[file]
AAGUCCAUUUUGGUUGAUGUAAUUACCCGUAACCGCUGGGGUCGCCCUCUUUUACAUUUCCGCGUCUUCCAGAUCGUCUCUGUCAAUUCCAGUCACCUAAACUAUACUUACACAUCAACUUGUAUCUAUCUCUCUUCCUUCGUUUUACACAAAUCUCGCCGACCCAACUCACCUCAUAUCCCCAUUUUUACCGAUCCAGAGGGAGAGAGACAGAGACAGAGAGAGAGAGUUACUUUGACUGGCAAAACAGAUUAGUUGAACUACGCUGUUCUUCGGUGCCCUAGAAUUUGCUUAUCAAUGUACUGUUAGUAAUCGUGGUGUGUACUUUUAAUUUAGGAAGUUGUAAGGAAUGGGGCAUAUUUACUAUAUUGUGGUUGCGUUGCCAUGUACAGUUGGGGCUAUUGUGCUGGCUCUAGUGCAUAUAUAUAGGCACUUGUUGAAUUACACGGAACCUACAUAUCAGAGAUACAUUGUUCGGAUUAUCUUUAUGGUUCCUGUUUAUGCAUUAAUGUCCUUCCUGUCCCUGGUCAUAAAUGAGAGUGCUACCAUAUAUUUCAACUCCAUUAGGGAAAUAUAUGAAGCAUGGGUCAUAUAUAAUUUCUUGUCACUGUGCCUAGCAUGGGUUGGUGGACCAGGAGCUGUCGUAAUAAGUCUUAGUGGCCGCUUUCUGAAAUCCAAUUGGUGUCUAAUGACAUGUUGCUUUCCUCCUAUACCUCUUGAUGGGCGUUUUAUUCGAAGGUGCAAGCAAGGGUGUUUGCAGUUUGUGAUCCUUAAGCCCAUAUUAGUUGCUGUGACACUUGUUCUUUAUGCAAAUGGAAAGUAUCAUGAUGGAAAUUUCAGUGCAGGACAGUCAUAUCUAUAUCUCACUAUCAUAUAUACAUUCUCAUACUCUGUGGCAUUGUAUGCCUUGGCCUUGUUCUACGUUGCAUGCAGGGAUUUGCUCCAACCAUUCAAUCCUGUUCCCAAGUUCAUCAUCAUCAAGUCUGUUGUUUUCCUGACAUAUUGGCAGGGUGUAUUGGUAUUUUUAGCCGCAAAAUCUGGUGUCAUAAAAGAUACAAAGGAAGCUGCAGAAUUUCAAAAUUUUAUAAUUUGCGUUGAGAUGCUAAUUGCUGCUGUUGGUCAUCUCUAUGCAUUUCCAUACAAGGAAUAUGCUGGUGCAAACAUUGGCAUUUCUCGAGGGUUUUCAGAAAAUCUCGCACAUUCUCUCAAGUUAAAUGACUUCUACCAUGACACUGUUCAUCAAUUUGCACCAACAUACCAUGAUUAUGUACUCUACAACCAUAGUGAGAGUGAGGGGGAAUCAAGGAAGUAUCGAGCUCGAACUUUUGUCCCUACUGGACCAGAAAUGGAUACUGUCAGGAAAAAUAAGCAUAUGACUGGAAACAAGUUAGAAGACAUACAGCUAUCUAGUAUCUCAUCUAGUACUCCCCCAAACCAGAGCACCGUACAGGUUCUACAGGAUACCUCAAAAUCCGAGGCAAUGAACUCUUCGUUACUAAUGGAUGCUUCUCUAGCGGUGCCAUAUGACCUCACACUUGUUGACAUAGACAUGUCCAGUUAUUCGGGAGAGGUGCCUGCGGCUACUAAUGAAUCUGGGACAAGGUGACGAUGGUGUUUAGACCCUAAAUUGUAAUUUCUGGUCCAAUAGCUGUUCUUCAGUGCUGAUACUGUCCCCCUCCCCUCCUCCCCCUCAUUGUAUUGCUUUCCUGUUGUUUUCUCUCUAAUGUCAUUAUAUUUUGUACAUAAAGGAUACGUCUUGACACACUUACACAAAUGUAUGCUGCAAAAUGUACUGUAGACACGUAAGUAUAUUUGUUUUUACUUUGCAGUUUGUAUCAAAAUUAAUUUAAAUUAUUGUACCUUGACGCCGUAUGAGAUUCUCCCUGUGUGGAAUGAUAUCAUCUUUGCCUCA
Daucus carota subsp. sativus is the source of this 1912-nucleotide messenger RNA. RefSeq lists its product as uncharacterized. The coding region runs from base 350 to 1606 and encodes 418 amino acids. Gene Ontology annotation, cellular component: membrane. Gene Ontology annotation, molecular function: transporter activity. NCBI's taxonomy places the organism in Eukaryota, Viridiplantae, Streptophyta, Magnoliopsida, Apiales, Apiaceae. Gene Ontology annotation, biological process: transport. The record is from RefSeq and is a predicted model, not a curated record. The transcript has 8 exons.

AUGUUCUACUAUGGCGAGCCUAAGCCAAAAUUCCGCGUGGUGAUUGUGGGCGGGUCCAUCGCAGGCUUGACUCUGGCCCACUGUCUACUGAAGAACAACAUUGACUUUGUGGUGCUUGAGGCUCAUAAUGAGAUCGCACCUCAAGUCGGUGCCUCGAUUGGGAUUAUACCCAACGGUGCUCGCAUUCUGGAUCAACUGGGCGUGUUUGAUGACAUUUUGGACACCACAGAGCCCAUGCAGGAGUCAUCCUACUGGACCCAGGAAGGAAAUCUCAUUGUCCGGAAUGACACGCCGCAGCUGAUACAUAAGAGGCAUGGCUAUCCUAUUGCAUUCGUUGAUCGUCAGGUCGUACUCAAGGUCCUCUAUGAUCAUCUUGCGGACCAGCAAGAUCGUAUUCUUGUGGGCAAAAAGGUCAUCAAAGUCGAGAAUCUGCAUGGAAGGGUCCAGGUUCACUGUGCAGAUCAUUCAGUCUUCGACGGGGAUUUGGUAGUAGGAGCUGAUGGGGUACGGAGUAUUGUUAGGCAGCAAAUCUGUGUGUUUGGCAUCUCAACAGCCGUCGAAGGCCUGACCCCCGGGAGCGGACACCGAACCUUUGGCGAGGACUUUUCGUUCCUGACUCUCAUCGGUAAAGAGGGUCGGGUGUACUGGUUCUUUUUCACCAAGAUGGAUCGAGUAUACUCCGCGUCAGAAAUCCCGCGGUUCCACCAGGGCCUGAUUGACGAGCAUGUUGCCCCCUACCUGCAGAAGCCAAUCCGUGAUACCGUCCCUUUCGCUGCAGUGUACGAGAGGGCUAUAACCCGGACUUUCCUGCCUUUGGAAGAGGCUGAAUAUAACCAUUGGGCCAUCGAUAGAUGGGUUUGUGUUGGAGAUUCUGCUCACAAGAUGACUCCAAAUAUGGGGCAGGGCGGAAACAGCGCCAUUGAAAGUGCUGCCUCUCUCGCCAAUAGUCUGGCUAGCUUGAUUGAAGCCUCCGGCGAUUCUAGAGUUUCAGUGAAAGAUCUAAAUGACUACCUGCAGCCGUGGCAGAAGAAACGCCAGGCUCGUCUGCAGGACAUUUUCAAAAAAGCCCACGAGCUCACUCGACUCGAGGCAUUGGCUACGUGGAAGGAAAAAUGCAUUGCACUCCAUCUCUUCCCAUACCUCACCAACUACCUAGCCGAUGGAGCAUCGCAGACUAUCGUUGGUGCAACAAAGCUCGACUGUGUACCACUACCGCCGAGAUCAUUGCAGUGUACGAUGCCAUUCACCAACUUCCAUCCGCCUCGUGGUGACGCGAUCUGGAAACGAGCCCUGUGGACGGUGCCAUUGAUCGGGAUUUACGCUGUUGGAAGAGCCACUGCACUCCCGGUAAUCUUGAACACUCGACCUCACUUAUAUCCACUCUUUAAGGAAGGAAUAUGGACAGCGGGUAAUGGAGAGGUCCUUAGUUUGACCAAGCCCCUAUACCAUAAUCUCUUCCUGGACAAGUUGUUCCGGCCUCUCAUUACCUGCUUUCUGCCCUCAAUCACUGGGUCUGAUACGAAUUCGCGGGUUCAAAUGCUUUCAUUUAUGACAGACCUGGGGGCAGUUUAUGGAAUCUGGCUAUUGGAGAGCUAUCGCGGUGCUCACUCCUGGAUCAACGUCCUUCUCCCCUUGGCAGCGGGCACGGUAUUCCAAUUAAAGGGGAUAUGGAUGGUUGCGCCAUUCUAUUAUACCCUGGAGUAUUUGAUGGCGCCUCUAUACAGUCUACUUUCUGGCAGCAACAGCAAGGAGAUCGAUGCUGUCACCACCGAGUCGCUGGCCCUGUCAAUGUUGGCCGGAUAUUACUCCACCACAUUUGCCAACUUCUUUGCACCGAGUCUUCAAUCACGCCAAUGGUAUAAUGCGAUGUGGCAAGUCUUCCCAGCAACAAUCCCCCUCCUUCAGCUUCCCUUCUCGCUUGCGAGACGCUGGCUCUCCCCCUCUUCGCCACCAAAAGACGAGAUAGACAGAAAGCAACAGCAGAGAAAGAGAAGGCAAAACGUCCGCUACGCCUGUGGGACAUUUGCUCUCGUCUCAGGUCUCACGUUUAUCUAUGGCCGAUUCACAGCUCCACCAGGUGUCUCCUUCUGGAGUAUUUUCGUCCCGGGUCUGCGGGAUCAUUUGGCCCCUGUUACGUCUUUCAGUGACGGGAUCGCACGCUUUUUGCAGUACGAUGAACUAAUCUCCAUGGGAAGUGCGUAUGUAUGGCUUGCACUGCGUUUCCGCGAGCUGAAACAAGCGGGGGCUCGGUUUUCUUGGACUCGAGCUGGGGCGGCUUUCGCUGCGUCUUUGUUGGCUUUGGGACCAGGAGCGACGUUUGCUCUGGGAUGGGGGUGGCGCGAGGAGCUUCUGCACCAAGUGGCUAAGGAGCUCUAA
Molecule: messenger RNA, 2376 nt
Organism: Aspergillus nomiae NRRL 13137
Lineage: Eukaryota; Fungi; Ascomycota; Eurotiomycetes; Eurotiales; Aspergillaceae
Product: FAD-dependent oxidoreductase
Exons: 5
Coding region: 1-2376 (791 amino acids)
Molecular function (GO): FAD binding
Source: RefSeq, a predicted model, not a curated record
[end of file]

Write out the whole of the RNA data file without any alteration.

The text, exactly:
AAGUCCAUUUUGGUUGAUGUAAUUACCCGUAACCGCUGGGGUCGCCCUCUUUUACAUUUCCGCGUCUUCCAGAUCGUCUCUGUCAAUUCCAGUCACCUAAACUAUACUUACACAUCAACUUGUAUCUAUCUCUCUUCCUUCGUUUUACACAAAUCUCGCCGACCCAACUCACCUCAUAUCCCCAUUUUUACCGAUCCAGAGGGAGAGAGACAGAGACAGAGAGAGAGAGUUACUUUGACUGGCAAAACAGAUUAGUUGAACUACGCUGUUCUUCGGUGCCCUAGAAUUUGCUUAUCAAUGUACUGUUAGUAAUCGUGGUGUGUACUUUUAAUUUAGGAAGUUGUAAGGAAUGGGGCAUAUUUACUAUAUUGUGGUUGCGUUGCCAUGUACAGUUGGGGCUAUUGUGCUGGCUCUAGUGCAUAUAUAUAGGCACUUGUUGAAUUACACGGAACCUACAUAUCAGAGAUACAUUGUUCGGAUUAUCUUUAUGGUUCCUGUUUAUGCAUUAAUGUCCUUCCUGUCCCUGGUCAUAAAUGAGAGUGCUACCAUAUAUUUCAACUCCAUUAGGGAAAUAUAUGAAGCAUGGGUCAUAUAUAAUUUCUUGUCACUGUGCCUAGCAUGGGUUGGUGGACCAGGAGCUGUCGUAAUAAGUCUUAGUGGCCGCUUUCUGAAAUCCAAUUGGUGUCUAAUGACAUGUUGCUUUCCUCCUAUACCUCUUGAUGGGCGUUUUAUUCGAAGGUGCAAGCAAGGGUGUUUGCAGUUUGUGAUCCUUAAGCCCAUAUUAGUUGCUGUGACACUUGUUCUUUAUGCAAAUGGAAAGUAUCAUGAUGGAAAUUUCAGUGCAGGACAGUCAUAUCUAUAUCUCACUAUCAUAUAUACAUUCUCAUACUCUGUGGCAUUGUAUGCCUUGGCCUUGUUCUACGUUGCAUGCAGGGAUUUGCUCCAACCAUUCAAUCCUGUUCCCAAGUUCAUCAUCAUCAAGUCUGUUGUUUUCCUGACAUAUUGGCAGGGUGUAUUGGUAUUUUUAGCCGCAAAAUCUGGUGUCAUAAAAGAUACAAAGGAAGCUGCAGAAUUUCAAAAUUUUAUAAUUUGCGUUGAGAUGCUAAUUGCUGCUGUUGGUCAUCUCUAUGCAUUUCCAUACAAGGAAUAUGCUGGUGCAAACAUUGGCAUUUCUCGAGGGUUUUCAGAAAAUCUCGCACAUUCUCUCAAGUUAAAUGACUUCUACCAUGACACUGUUCAUCAAUUUGCACCAACAUACCAUGAUUAUGUACUCUACAACCAUAGUGAGAGUGAGGGGGAAUCAAGGAAGUAUCGAGCUCGAACUUUUGUCCCUACUGGACCAGAAAUGGAUACUGUCAGGAAAAAUAAGCAUAUGACUGGAAACAAGUUAGAAGACAUACAGCUAUCUAGUAUCUCAUCUAGUACUCCCCCAAACCAGAGCACCGUACAGGUUCUACAGGAUACCUCAAAAUCCGAGGCAAUGAACUCUUCGUUACUAAUGGAUGCUUCUCUAGCGGUGCCAUAUGACCUCACACUUGUUGACAUAGACAUGUCCAGUUAUUCGGGAGAGGUGCCUGCGGCUACUAAUGAAUCUGGGACAAGGUGACGAUGGUGUUUAGACCCUAAAUUGUAAUUUCUGGUCCAAUAGCUGUUCUUCAGUGCUGAUACUGUCCCCCUCCCCUCCUCCCCCUCAUUGUAUUGCUUUCCUGUUGUUUUCUCUCUAAUGUCAUUAUAUUUUGUACAUAAAGGAUACGUCUUGACACACUUACACAAAUGUAUGCUGCAAAAUGUACUGUAGACACGUAAGUAUAUUUGUUUUUACUUUGCAGUUUGUAUCAAAAUUAAUUUAAAUUAUUGUACCUUGACGCCGUAUGAGAUUCUCCCUGUGUGGAAUGAUAUCAUCUUUGCCUCA
Daucus carota subsp. sativus is the source of this 1912-nucleotide messenger RNA. RefSeq lists its product as uncharacterized. The coding region runs from base 350 to 1606 and encodes 418 amino acids. Gene Ontology annotation, cellular component: membrane. Gene Ontology annotation, molecular function: transporter activity. NCBI's taxonomy places the organism in Eukaryota, Viridiplantae, Streptophyta, Magnoliopsida, Apiales, Apiaceae. Gene Ontology annotation, biological process: transport. The record is from RefSeq and is a predicted model, not a curated record. The transcript has 8 exons.

AUGUUCUACUAUGGCGAGCCUAAGCCAAAAUUCCGCGUGGUGAUUGUGGGCGGGUCCAUCGCAGGCUUGACUCUGGCCCACUGUCUACUGAAGAACAACAUUGACUUUGUGGUGCUUGAGGCUCAUAAUGAGAUCGCACCUCAAGUCGGUGCCUCGAUUGGGAUUAUACCCAACGGUGCUCGCAUUCUGGAUCAACUGGGCGUGUUUGAUGACAUUUUGGACACCACAGAGCCCAUGCAGGAGUCAUCCUACUGGACCCAGGAAGGAAAUCUCAUUGUCCGGAAUGACACGCCGCAGCUGAUACAUAAGAGGCAUGGCUAUCCUAUUGCAUUCGUUGAUCGUCAGGUCGUACUCAAGGUCCUCUAUGAUCAUCUUGCGGACCAGCAAGAUCGUAUUCUUGUGGGCAAAAAGGUCAUCAAAGUCGAGAAUCUGCAUGGAAGGGUCCAGGUUCACUGUGCAGAUCAUUCAGUCUUCGACGGGGAUUUGGUAGUAGGAGCUGAUGGGGUACGGAGUAUUGUUAGGCAGCAAAUCUGUGUGUUUGGCAUCUCAACAGCCGUCGAAGGCCUGACCCCCGGGAGCGGACACCGAACCUUUGGCGAGGACUUUUCGUUCCUGACUCUCAUCGGUAAAGAGGGUCGGGUGUACUGGUUCUUUUUCACCAAGAUGGAUCGAGUAUACUCCGCGUCAGAAAUCCCGCGGUUCCACCAGGGCCUGAUUGACGAGCAUGUUGCCCCCUACCUGCAGAAGCCAAUCCGUGAUACCGUCCCUUUCGCUGCAGUGUACGAGAGGGCUAUAACCCGGACUUUCCUGCCUUUGGAAGAGGCUGAAUAUAACCAUUGGGCCAUCGAUAGAUGGGUUUGUGUUGGAGAUUCUGCUCACAAGAUGACUCCAAAUAUGGGGCAGGGCGGAAACAGCGCCAUUGAAAGUGCUGCCUCUCUCGCCAAUAGUCUGGCUAGCUUGAUUGAAGCCUCCGGCGAUUCUAGAGUUUCAGUGAAAGAUCUAAAUGACUACCUGCAGCCGUGGCAGAAGAAACGCCAGGCUCGUCUGCAGGACAUUUUCAAAAAAGCCCACGAGCUCACUCGACUCGAGGCAUUGGCUACGUGGAAGGAAAAAUGCAUUGCACUCCAUCUCUUCCCAUACCUCACCAACUACCUAGCCGAUGGAGCAUCGCAGACUAUCGUUGGUGCAACAAAGCUCGACUGUGUACCACUACCGCCGAGAUCAUUGCAGUGUACGAUGCCAUUCACCAACUUCCAUCCGCCUCGUGGUGACGCGAUCUGGAAACGAGCCCUGUGGACGGUGCCAUUGAUCGGGAUUUACGCUGUUGGAAGAGCCACUGCACUCCCGGUAAUCUUGAACACUCGACCUCACUUAUAUCCACUCUUUAAGGAAGGAAUAUGGACAGCGGGUAAUGGAGAGGUCCUUAGUUUGACCAAGCCCCUAUACCAUAAUCUCUUCCUGGACAAGUUGUUCCGGCCUCUCAUUACCUGCUUUCUGCCCUCAAUCACUGGGUCUGAUACGAAUUCGCGGGUUCAAAUGCUUUCAUUUAUGACAGACCUGGGGGCAGUUUAUGGAAUCUGGCUAUUGGAGAGCUAUCGCGGUGCUCACUCCUGGAUCAACGUCCUUCUCCCCUUGGCAGCGGGCACGGUAUUCCAAUUAAAGGGGAUAUGGAUGGUUGCGCCAUUCUAUUAUACCCUGGAGUAUUUGAUGGCGCCUCUAUACAGUCUACUUUCUGGCAGCAACAGCAAGGAGAUCGAUGCUGUCACCACCGAGUCGCUGGCCCUGUCAAUGUUGGCCGGAUAUUACUCCACCACAUUUGCCAACUUCUUUGCACCGAGUCUUCAAUCACGCCAAUGGUAUAAUGCGAUGUGGCAAGUCUUCCCAGCAACAAUCCCCCUCCUUCAGCUUCCCUUCUCGCUUGCGAGACGCUGGCUCUCCCCCUCUUCGCCACCAAAAGACGAGAUAGACAGAAAGCAACAGCAGAGAAAGAGAAGGCAAAACGUCCGCUACGCCUGUGGGACAUUUGCUCUCGUCUCAGGUCUCACGUUUAUCUAUGGCCGAUUCACAGCUCCACCAGGUGUCUCCUUCUGGAGUAUUUUCGUCCCGGGUCUGCGGGAUCAUUUGGCCCCUGUUACGUCUUUCAGUGACGGGAUCGCACGCUUUUUGCAGUACGAUGAACUAAUCUCCAUGGGAAGUGCGUAUGUAUGGCUUGCACUGCGUUUCCGCGAGCUGAAACAAGCGGGGGCUCGGUUUUCUUGGACUCGAGCUGGGGCGGCUUUCGCUGCGUCUUUGUUGGCUUUGGGACCAGGAGCGACGUUUGCUCUGGGAUGGGGGUGGCGCGAGGAGCUUCUGCACCAAGUGGCUAAGGAGCUCUAA
Molecule: messenger RNA, 2376 nt
Organism: Aspergillus nomiae NRRL 13137
Lineage: Eukaryota; Fungi; Ascomycota; Eurotiomycetes; Eurotiales; Aspergillaceae
Product: FAD-dependent oxidoreductase
Exons: 5
Coding region: 1-2376 (791 amino acids)
Molecular function (GO): FAD binding
Source: RefSeq, a predicted model, not a curated record